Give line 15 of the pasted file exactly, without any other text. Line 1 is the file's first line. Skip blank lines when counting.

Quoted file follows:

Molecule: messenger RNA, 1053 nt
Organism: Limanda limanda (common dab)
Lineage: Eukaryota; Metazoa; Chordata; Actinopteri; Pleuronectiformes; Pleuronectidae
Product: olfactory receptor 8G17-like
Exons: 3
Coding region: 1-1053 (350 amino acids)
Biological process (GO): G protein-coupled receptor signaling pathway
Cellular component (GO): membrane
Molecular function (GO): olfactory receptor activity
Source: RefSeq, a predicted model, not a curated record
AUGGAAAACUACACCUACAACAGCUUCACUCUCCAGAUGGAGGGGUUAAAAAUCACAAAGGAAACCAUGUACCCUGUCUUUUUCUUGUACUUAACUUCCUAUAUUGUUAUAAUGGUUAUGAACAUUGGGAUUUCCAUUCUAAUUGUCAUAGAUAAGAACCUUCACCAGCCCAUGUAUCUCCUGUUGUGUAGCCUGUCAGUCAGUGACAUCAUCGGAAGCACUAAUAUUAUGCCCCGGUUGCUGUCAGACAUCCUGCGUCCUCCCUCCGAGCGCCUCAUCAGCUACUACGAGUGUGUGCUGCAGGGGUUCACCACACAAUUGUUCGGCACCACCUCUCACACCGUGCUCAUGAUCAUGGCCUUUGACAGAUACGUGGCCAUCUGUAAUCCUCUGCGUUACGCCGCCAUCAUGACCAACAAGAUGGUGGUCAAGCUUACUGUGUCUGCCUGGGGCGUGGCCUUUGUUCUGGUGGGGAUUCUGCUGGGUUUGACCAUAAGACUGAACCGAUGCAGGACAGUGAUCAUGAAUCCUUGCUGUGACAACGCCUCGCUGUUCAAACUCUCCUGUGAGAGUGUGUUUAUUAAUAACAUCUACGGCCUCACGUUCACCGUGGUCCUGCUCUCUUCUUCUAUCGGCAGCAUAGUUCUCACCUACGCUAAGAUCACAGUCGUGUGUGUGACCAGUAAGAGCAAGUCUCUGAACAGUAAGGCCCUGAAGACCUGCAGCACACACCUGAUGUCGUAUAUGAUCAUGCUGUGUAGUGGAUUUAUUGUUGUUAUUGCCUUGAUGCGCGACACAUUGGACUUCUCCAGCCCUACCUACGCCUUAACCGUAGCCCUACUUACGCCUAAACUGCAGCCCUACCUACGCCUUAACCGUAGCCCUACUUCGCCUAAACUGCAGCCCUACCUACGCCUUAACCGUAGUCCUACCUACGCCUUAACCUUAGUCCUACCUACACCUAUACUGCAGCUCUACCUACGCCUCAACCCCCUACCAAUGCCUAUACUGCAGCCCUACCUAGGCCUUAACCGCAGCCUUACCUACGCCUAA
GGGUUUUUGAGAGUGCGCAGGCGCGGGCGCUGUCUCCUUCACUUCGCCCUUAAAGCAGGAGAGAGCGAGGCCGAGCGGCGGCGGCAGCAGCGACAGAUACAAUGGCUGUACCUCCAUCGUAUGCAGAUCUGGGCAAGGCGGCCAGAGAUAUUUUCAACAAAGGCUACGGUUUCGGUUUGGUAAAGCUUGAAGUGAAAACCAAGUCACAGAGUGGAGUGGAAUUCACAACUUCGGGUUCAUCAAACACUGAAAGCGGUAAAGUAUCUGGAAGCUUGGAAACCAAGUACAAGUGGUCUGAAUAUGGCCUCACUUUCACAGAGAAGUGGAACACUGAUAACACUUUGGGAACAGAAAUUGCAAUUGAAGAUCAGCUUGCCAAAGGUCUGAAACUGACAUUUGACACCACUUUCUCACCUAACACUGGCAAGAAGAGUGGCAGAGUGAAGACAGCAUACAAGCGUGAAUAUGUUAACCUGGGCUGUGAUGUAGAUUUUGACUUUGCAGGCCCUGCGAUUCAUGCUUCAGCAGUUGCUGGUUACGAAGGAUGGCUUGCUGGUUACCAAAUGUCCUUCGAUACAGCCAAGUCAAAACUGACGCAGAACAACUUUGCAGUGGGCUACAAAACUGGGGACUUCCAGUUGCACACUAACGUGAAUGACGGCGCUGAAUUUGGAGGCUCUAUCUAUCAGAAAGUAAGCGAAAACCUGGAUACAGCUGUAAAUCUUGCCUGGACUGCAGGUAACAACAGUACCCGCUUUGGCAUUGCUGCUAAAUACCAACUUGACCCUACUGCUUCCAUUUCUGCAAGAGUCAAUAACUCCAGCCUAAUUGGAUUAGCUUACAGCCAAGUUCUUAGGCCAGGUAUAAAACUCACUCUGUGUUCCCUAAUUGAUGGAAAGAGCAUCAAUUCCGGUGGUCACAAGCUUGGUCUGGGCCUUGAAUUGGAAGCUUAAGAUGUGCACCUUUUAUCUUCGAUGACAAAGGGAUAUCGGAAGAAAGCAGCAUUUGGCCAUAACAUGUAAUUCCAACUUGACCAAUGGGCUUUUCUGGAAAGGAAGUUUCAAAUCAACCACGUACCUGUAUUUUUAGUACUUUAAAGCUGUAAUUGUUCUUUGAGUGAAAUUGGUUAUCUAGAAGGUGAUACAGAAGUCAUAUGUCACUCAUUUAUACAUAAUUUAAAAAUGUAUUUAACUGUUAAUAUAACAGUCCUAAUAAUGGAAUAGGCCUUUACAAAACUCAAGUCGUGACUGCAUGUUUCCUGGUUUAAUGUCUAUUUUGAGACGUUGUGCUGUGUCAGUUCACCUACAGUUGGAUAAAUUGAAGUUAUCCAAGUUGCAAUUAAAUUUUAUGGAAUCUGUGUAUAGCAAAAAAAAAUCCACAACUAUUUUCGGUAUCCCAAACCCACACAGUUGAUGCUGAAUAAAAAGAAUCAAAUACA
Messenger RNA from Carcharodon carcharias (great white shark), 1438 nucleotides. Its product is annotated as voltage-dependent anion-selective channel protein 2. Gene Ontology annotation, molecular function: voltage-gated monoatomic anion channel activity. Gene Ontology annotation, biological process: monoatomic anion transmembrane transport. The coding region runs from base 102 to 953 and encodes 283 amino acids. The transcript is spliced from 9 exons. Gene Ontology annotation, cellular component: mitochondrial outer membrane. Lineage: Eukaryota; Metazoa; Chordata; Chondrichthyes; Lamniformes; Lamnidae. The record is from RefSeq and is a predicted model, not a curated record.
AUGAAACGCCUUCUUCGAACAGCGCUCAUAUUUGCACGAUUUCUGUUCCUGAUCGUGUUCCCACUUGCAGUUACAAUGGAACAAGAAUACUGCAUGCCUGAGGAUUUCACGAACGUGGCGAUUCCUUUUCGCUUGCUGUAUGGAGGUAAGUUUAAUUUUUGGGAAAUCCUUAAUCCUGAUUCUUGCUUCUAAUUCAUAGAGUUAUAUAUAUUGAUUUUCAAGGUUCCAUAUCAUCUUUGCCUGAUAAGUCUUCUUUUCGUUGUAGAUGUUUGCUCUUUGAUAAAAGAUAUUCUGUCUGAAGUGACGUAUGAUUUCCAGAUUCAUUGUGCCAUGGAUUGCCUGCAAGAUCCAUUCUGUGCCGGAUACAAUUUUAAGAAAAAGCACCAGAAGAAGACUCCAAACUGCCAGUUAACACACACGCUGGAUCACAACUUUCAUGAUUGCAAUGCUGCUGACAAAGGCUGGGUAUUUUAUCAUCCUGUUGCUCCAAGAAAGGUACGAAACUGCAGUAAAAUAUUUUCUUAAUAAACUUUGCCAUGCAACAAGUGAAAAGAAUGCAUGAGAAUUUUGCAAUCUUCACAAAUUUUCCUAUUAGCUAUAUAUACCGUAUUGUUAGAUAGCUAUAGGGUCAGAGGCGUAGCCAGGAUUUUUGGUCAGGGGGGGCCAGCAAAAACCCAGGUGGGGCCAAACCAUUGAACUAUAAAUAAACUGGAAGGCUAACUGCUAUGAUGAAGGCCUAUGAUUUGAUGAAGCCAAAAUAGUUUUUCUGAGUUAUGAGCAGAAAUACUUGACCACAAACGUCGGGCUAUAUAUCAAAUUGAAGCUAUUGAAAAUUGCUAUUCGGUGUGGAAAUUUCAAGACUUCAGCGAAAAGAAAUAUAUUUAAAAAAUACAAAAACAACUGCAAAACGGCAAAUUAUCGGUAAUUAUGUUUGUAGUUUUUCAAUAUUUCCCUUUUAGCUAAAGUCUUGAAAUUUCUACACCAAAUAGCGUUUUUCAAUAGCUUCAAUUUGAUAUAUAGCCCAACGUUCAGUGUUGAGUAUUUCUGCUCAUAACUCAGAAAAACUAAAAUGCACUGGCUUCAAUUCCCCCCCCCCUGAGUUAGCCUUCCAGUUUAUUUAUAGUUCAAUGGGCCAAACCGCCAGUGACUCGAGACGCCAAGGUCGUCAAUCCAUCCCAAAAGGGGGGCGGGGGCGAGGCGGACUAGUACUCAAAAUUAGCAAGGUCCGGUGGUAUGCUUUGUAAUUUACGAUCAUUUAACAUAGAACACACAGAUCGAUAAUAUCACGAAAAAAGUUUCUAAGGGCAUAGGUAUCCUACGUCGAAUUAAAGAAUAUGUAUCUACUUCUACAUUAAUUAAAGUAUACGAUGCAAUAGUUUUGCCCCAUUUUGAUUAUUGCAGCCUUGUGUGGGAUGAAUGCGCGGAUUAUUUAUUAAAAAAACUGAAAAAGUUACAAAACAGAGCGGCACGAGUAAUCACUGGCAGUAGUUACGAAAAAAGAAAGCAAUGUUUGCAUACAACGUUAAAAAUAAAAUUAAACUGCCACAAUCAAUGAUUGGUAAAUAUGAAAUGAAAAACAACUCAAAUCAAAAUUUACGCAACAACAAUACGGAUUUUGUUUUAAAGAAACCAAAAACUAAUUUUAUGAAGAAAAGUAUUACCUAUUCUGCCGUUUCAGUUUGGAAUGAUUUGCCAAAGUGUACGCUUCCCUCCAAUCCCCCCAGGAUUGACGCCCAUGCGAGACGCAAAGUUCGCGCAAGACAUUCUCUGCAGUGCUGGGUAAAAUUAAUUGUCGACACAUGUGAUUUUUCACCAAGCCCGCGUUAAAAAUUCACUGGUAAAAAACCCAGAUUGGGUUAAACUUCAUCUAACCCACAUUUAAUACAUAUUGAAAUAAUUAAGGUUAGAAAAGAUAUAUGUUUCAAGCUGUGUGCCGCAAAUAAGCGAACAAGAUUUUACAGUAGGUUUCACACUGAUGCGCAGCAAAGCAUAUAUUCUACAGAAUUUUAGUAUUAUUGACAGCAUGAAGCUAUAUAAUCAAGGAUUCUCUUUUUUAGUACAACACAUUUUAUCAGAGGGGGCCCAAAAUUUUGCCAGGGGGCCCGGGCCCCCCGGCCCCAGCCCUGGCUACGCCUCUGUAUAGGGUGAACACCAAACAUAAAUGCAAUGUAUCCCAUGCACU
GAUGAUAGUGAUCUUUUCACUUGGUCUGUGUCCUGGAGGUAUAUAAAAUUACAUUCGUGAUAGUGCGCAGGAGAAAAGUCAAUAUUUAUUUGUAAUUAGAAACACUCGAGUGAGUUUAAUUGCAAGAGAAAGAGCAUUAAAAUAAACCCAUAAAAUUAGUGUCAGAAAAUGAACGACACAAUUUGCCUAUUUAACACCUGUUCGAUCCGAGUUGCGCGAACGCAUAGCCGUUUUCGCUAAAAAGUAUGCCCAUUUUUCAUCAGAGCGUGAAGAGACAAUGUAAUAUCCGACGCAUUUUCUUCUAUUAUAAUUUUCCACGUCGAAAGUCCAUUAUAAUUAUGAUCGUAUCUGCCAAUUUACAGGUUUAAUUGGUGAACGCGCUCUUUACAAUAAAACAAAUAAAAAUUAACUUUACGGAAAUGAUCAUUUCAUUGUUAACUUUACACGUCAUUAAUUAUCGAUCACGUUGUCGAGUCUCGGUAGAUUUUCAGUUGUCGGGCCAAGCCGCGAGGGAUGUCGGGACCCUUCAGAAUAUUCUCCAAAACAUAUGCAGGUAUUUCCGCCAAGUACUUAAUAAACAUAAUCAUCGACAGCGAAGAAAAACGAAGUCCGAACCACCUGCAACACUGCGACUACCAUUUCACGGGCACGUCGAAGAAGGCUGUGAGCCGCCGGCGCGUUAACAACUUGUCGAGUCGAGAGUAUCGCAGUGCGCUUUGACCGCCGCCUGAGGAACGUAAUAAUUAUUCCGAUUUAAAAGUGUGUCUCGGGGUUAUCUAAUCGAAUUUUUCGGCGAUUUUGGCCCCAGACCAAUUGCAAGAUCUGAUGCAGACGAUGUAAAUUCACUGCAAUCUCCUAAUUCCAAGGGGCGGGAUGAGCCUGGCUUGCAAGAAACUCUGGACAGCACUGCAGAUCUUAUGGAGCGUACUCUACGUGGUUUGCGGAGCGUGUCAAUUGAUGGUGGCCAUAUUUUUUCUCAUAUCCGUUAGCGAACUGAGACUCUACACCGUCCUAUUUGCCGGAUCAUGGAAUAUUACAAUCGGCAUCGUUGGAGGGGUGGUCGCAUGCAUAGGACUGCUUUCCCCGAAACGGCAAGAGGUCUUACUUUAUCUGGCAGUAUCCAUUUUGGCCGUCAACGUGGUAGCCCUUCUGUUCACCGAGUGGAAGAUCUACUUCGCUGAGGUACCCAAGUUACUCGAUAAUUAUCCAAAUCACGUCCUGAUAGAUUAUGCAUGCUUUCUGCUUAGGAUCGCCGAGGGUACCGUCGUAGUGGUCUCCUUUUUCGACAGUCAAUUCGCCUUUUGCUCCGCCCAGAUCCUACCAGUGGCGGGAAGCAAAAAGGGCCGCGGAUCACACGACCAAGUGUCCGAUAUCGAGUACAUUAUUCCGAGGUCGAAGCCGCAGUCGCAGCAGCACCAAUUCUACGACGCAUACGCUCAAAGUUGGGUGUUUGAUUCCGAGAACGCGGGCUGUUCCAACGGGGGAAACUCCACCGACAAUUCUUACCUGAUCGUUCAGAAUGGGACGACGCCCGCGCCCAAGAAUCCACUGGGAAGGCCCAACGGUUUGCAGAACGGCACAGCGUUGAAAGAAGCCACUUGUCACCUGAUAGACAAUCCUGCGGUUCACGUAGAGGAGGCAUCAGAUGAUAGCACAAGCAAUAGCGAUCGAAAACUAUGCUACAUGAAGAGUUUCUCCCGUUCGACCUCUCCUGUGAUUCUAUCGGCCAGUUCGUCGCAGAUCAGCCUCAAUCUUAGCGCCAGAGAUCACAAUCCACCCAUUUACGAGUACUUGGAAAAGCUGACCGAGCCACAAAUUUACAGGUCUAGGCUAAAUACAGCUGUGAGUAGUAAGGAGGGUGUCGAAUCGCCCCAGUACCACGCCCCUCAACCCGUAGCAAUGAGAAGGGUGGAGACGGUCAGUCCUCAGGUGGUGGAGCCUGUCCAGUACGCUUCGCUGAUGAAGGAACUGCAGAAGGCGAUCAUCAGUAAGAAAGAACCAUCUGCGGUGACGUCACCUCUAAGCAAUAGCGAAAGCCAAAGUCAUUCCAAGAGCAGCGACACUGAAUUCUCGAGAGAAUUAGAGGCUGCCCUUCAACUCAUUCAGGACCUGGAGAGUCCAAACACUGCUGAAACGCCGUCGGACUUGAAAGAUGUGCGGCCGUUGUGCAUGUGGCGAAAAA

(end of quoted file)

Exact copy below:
GAUGAUAGUGAUCUUUUCACUUGGUCUGUGUCCUGGAGGUAUAUAAAAUUACAUUCGUGAUAGUGCGCAGGAGAAAAGUCAAUAUUUAUUUGUAAUUAGAAACACUCGAGUGAGUUUAAUUGCAAGAGAAAGAGCAUUAAAAUAAACCCAUAAAAUUAGUGUCAGAAAAUGAACGACACAAUUUGCCUAUUUAACACCUGUUCGAUCCGAGUUGCGCGAACGCAUAGCCGUUUUCGCUAAAAAGUAUGCCCAUUUUUCAUCAGAGCGUGAAGAGACAAUGUAAUAUCCGACGCAUUUUCUUCUAUUAUAAUUUUCCACGUCGAAAGUCCAUUAUAAUUAUGAUCGUAUCUGCCAAUUUACAGGUUUAAUUGGUGAACGCGCUCUUUACAAUAAAACAAAUAAAAAUUAACUUUACGGAAAUGAUCAUUUCAUUGUUAACUUUACACGUCAUUAAUUAUCGAUCACGUUGUCGAGUCUCGGUAGAUUUUCAGUUGUCGGGCCAAGCCGCGAGGGAUGUCGGGACCCUUCAGAAUAUUCUCCAAAACAUAUGCAGGUAUUUCCGCCAAGUACUUAAUAAACAUAAUCAUCGACAGCGAAGAAAAACGAAGUCCGAACCACCUGCAACACUGCGACUACCAUUUCACGGGCACGUCGAAGAAGGCUGUGAGCCGCCGGCGCGUUAACAACUUGUCGAGUCGAGAGUAUCGCAGUGCGCUUUGACCGCCGCCUGAGGAACGUAAUAAUUAUUCCGAUUUAAAAGUGUGUCUCGGGGUUAUCUAAUCGAAUUUUUCGGCGAUUUUGGCCCCAGACCAAUUGCAAGAUCUGAUGCAGACGAUGUAAAUUCACUGCAAUCUCCUAAUUCCAAGGGGCGGGAUGAGCCUGGCUUGCAAGAAACUCUGGACAGCACUGCAGAUCUUAUGGAGCGUACUCUACGUGGUUUGCGGAGCGUGUCAAUUGAUGGUGGCCAUAUUUUUUCUCAUAUCCGUUAGCGAACUGAGACUCUACACCGUCCUAUUUGCCGGAUCAUGGAAUAUUACAAUCGGCAUCGUUGGAGGGGUGGUCGCAUGCAUAGGACUGCUUUCCCCGAAACGGCAAGAGGUCUUACUUUAUCUGGCAGUAUCCAUUUUGGCCGUCAACGUGGUAGCCCUUCUGUUCACCGAGUGGAAGAUCUACUUCGCUGAGGUACCCAAGUUACUCGAUAAUUAUCCAAAUCACGUCCUGAUAGAUUAUGCAUGCUUUCUGCUUAGGAUCGCCGAGGGUACCGUCGUAGUGGUCUCCUUUUUCGACAGUCAAUUCGCCUUUUGCUCCGCCCAGAUCCUACCAGUGGCGGGAAGCAAAAAGGGCCGCGGAUCACACGACCAAGUGUCCGAUAUCGAGUACAUUAUUCCGAGGUCGAAGCCGCAGUCGCAGCAGCACCAAUUCUACGACGCAUACGCUCAAAGUUGGGUGUUUGAUUCCGAGAACGCGGGCUGUUCCAACGGGGGAAACUCCACCGACAAUUCUUACCUGAUCGUUCAGAAUGGGACGACGCCCGCGCCCAAGAAUCCACUGGGAAGGCCCAACGGUUUGCAGAACGGCACAGCGUUGAAAGAAGCCACUUGUCACCUGAUAGACAAUCCUGCGGUUCACGUAGAGGAGGCAUCAGAUGAUAGCACAAGCAAUAGCGAUCGAAAACUAUGCUACAUGAAGAGUUUCUCCCGUUCGACCUCUCCUGUGAUUCUAUCGGCCAGUUCGUCGCAGAUCAGCCUCAAUCUUAGCGCCAGAGAUCACAAUCCACCCAUUUACGAGUACUUGGAAAAGCUGACCGAGCCACAAAUUUACAGGUCUAGGCUAAAUACAGCUGUGAGUAGUAAGGAGGGUGUCGAAUCGCCCCAGUACCACGCCCCUCAACCCGUAGCAAUGAGAAGGGUGGAGACGGUCAGUCCUCAGGUGGUGGAGCCUGUCCAGUACGCUUCGCUGAUGAAGGAACUGCAGAAGGCGAUCAUCAGUAAGAAAGAACCAUCUGCGGUGACGUCACCUCUAAGCAAUAGCGAAAGCCAAAGUCAUUCCAAGAGCAGCGACACUGAAUUCUCGAGAGAAUUAGAGGCUGCCCUUCAACUCAUUCAGGACCUGGAGAGUCCAAACACUGCUGAAACGCCGUCGGACUUGAAAGAUGUGCGGCCGUUGUGCAUGUGGCGAAAAA